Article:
Dead simple on paper but very tricky to build, the hypersonic scramjet engine gets a boost from a new jet-fuel-based design. Mach 8 here we come?
You don’t run this wind tunnel. You fire it. With the help of air pumped to 160 times atmospheric pressure and a highly explosive combination of hydrogen, oxygen, and a megawatt generator, the tunnel, set in a suburban Long Island business park, can reproduce the hellacious conditions an aircraft would encounter while traveling 20 miles above Earth at 5,300 mph–Mach 8–a speed at which the violent airstream packs enough energy to soften and melt solid nickel alloys.
Bolted to a massive copper support in the center of this torture rig is the focus of the HyTech project: a 6-foot-long, 200-pound prototype of a NASA- and Air Force-developed jet-fuel-powered scramjet (supersonic-combustion ramjet) engine called GDE-1 that could, by 2008, propel a small unmanned airplane to 5,000 mph and beyond.
Such hypersonic capabilities-particularly when powered with conventional jet fuel-could eventually lead to a new generation of long-range bombers, fast-reaction cruise missiles, and a space launch system that could cut the cost of propelling astronauts and payloads into space to one-hundredth of today’s prices.
That is, of course, assuming that the Pratt & Whitney engineers who built the thing can light it-and keep it lit.
The hypersonic (at least five times the speed of sound) velocities that the engine is striving for have until now only been feasible with single-use hydrogen- or hydrocarbon-fueled ramjet engines that in most cases would be destroyed by the end of the flight, making them suitable for missiles but not much else. Scramjet test engines -which improve upon ramjet performance and reliability but are much harder to engineer-have been around for decades, but their success rate has been dismal, and they have usually burned dangerous and unwieldy hydrogen for fuel. (Ramjets slow air traveling through them to subsonic speeds, while scramjets keep airflow above supersonic speeds-hence, the difficulty keeping them lit.) But this new engine, being tested at the cutting-edge facilities of aeronautical engineering firm GASL, runs on JP-7, a significantly more manageable kerosene-like jet fuel, and it has a unique cooling system that is key to its performance under hypersonic conditions. HyTech is slowly edging toward success, with several tests over the summer that have come close to a previously unattainable milestone: actually starting and sustaining combustion amid supersonic airflow.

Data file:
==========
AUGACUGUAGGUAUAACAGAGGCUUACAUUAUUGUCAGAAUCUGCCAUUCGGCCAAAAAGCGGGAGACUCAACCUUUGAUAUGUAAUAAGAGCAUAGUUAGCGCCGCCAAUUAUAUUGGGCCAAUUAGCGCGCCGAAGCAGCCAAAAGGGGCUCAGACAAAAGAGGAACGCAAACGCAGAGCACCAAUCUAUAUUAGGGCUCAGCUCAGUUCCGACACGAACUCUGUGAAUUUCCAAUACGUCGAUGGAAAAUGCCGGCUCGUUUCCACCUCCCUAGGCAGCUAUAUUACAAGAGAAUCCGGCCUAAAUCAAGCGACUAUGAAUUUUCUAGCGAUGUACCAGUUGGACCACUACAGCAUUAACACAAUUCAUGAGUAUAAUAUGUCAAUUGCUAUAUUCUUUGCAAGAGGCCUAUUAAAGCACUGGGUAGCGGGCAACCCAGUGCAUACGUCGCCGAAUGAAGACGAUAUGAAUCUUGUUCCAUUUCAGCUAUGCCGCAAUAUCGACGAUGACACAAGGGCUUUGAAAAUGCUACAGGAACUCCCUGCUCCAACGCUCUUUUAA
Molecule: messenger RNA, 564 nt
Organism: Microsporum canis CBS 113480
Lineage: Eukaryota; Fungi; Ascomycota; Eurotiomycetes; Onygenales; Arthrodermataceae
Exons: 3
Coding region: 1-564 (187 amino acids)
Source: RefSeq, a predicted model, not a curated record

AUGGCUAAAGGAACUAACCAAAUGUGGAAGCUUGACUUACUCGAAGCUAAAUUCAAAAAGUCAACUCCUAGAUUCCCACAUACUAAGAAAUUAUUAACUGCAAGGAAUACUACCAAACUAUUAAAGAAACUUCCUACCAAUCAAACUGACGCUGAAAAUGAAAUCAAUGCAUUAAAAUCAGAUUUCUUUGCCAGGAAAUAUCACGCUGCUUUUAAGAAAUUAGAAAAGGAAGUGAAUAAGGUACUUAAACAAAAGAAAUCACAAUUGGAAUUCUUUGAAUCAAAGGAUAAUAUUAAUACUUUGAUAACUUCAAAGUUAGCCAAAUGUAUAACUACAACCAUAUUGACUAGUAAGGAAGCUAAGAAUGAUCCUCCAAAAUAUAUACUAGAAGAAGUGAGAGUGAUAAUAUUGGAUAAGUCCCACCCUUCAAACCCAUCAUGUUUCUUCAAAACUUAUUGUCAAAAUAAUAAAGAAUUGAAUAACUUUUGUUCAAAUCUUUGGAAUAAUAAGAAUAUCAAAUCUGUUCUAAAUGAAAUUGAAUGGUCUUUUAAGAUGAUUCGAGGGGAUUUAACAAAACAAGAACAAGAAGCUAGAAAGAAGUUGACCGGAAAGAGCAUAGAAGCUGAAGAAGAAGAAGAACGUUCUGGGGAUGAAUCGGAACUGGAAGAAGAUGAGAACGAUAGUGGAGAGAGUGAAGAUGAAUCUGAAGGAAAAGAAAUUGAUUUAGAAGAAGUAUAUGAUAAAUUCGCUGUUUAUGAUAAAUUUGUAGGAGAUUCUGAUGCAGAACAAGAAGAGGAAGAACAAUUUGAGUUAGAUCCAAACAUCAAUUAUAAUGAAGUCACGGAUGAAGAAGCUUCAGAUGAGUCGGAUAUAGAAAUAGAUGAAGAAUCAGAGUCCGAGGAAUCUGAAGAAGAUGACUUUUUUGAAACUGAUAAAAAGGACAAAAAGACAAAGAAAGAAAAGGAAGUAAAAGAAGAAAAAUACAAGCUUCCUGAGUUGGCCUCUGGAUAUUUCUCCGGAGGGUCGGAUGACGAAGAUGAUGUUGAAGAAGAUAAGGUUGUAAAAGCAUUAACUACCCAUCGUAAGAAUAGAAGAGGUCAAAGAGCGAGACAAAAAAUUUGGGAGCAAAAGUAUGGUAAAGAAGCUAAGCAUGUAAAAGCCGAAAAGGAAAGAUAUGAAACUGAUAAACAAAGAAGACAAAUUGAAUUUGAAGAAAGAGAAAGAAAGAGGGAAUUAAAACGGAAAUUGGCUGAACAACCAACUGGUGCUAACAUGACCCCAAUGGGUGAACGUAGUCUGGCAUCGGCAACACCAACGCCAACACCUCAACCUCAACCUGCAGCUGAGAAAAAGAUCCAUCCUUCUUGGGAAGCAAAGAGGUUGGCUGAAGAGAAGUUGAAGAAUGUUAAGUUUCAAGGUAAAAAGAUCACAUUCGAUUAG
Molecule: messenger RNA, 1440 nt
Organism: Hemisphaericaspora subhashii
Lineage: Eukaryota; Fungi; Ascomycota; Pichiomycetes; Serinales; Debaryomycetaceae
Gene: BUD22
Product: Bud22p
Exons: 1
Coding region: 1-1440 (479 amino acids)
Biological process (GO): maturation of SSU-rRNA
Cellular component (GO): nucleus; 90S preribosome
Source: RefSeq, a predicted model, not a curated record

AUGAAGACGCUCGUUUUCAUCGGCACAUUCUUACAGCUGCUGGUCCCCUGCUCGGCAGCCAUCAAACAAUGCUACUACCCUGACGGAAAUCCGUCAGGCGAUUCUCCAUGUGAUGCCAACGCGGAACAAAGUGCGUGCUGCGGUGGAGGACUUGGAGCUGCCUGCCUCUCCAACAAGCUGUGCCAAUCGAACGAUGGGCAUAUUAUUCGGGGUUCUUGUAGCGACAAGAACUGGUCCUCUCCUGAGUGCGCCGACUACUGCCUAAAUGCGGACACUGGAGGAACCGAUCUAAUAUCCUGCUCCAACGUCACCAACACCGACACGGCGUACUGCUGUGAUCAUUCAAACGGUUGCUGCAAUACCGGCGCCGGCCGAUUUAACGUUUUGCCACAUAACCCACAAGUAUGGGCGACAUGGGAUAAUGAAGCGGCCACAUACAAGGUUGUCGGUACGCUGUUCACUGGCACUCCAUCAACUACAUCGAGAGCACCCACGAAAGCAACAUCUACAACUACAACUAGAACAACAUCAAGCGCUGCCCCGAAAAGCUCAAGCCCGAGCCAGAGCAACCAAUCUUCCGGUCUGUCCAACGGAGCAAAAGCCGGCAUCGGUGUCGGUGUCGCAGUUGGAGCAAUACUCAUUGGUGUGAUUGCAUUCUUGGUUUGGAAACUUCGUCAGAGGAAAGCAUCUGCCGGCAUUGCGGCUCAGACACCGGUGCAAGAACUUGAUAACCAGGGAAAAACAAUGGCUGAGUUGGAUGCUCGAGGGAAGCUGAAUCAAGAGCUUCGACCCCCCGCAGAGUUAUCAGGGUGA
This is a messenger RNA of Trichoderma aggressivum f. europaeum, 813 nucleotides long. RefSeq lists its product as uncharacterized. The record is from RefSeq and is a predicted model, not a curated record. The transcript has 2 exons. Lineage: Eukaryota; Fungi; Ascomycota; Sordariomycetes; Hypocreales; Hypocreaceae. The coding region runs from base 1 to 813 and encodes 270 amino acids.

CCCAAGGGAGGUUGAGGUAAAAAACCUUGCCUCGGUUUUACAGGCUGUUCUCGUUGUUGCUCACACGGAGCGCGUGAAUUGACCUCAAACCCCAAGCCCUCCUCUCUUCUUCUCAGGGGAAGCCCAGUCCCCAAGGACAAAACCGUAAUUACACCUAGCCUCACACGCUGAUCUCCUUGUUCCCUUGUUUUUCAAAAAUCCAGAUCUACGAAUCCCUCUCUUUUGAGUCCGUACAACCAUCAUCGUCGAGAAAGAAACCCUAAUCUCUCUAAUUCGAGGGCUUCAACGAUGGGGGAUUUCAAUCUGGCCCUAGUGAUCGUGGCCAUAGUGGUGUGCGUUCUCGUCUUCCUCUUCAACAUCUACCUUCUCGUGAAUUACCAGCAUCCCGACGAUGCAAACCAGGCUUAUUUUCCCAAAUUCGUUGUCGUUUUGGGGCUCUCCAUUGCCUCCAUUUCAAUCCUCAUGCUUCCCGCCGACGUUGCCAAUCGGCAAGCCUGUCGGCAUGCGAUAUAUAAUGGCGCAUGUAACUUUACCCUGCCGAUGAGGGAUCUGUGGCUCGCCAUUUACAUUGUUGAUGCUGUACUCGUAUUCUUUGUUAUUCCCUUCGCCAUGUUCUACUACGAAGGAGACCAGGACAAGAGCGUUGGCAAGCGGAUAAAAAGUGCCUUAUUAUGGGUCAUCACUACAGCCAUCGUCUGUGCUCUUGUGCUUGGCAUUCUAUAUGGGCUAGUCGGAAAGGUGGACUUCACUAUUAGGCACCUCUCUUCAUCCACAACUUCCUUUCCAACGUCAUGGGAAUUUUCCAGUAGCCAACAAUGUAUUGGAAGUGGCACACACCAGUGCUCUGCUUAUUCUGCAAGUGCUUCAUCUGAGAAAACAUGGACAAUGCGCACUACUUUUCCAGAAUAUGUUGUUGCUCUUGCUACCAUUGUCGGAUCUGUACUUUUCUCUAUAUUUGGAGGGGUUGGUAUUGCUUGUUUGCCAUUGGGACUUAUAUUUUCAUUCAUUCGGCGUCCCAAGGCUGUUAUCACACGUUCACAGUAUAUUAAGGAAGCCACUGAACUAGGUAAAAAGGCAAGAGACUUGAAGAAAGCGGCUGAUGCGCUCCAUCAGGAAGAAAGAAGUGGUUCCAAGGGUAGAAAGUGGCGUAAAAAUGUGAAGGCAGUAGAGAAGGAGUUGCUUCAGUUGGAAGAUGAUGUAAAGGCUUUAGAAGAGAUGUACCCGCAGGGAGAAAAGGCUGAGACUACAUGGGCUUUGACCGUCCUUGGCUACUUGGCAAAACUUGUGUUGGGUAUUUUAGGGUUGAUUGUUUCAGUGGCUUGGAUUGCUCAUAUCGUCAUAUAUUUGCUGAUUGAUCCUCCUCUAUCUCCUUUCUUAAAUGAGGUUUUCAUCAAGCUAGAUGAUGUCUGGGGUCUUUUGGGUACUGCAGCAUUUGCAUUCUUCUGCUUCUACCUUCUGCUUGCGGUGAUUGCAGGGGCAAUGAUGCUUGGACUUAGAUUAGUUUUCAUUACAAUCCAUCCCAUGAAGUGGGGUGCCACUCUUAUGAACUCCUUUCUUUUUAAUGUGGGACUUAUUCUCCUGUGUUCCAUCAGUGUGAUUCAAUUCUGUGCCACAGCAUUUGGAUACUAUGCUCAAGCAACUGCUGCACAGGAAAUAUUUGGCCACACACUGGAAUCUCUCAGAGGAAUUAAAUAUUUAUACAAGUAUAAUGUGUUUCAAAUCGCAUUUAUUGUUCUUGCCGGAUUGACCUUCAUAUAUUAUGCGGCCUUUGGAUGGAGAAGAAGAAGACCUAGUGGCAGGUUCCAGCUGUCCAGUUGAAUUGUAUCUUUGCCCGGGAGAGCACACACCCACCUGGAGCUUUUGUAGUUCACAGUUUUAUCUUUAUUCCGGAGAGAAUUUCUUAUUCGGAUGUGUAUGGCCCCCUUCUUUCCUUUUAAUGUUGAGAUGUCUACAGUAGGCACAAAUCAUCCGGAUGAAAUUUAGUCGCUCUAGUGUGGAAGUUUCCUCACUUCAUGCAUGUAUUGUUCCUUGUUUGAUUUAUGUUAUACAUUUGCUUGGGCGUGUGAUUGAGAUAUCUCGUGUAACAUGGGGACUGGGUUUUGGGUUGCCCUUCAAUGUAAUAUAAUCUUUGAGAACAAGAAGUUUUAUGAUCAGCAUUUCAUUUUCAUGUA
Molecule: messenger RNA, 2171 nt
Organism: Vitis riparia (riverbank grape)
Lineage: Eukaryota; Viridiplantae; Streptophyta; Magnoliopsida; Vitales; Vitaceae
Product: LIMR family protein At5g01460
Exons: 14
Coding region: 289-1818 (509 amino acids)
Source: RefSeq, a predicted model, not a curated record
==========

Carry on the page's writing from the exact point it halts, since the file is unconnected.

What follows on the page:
Simply testing for that achievement is almost as hard as accomplishing it. Producing Mach 8 airflow through a 6-foot-diameter test chamber like the one at GASL takes a lot of energy-its facility is a labyrinth of tanks, ducts, and valves all designed to spit out a blast of air at incomprehensible speeds for up to a minute at a time.
The inflow end of the wind tunnel is connected to a bank of truck-size steel cylinders that hold a total of 20 tons of air at 2,400 pounds per square inch. The exhaust end is connected to a spherical 48-foot-wide steel vacuum tank behind the building. First, the air is pumped out of the sphere, simulating the near vacuum above 80,000 feet. Then, compressed air from the tank farm flows through a hydrogen- and oxygen-fueled heater that raises the temperature to more than 4,000
Photograph by Tom Tavee
Pat Fischer, the Bellagio’s surveillance director, flanked by banks of VCRs (left) and computers (right).